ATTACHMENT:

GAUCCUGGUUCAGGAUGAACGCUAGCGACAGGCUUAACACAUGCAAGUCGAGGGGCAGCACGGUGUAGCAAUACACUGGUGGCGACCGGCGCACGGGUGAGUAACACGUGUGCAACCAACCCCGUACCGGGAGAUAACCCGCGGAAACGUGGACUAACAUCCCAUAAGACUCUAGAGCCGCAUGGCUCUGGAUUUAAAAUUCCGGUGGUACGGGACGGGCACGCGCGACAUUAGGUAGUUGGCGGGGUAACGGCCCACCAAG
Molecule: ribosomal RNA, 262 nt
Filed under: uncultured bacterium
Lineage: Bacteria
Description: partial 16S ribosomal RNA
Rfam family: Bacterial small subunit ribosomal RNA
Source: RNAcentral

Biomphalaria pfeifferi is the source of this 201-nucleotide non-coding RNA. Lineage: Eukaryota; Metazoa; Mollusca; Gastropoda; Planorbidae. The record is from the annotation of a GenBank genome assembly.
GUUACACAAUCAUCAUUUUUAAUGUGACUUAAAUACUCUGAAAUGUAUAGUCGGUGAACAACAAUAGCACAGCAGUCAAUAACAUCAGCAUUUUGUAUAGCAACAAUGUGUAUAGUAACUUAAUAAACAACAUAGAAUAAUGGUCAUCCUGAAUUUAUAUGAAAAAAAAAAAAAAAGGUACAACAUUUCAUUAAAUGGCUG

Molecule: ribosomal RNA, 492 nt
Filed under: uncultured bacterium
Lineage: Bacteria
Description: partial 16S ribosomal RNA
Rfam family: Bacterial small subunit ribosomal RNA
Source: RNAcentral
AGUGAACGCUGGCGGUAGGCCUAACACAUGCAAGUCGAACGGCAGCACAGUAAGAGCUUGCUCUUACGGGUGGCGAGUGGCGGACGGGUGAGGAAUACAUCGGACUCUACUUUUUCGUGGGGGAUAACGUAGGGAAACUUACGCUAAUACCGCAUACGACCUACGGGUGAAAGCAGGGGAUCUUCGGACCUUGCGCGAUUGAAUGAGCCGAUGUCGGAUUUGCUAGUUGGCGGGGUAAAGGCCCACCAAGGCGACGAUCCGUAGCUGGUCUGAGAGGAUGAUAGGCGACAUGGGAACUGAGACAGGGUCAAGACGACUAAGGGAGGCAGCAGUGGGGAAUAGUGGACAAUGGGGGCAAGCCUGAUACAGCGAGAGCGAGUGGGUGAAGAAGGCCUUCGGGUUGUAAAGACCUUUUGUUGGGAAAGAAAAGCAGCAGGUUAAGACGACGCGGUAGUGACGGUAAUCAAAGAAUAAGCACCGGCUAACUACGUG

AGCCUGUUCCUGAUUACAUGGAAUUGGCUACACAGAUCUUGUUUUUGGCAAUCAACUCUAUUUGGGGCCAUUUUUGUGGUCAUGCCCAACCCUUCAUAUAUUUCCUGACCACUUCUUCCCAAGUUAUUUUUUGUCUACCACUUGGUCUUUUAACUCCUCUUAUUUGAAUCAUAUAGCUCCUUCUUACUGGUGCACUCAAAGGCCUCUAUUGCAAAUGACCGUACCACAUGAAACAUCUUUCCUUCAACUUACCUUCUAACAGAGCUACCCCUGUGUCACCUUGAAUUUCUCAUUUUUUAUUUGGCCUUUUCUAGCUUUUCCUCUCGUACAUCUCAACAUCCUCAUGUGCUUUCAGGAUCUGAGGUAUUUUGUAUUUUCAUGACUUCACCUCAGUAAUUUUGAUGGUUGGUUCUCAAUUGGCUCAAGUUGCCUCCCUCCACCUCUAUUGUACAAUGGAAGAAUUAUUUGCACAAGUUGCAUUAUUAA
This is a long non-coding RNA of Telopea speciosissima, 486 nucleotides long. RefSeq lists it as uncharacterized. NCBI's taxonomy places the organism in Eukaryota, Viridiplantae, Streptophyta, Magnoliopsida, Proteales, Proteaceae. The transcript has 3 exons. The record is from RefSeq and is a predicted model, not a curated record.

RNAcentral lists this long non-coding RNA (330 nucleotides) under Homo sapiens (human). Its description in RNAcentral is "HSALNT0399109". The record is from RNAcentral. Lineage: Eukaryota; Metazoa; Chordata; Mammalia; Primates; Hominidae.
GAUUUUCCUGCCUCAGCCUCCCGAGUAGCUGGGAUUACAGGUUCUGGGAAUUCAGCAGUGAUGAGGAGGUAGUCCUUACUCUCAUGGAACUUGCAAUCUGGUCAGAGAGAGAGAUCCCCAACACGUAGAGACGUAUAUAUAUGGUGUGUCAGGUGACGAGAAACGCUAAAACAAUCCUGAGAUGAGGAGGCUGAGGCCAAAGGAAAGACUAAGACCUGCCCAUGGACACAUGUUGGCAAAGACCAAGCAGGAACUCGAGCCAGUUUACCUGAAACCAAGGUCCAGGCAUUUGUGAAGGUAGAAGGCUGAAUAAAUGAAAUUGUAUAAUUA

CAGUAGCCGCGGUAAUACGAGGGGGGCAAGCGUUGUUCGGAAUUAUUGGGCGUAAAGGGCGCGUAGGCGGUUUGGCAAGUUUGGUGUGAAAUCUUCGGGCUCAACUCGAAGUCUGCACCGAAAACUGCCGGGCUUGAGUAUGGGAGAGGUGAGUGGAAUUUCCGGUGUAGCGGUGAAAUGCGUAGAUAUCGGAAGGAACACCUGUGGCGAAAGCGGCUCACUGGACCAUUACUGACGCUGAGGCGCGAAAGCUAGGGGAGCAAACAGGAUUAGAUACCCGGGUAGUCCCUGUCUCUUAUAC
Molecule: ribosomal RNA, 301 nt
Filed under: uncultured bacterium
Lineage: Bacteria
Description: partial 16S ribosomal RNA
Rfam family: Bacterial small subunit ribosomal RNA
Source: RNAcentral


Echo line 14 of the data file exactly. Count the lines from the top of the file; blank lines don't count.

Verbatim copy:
Rfam family: Bacterial small subunit ribosomal RNA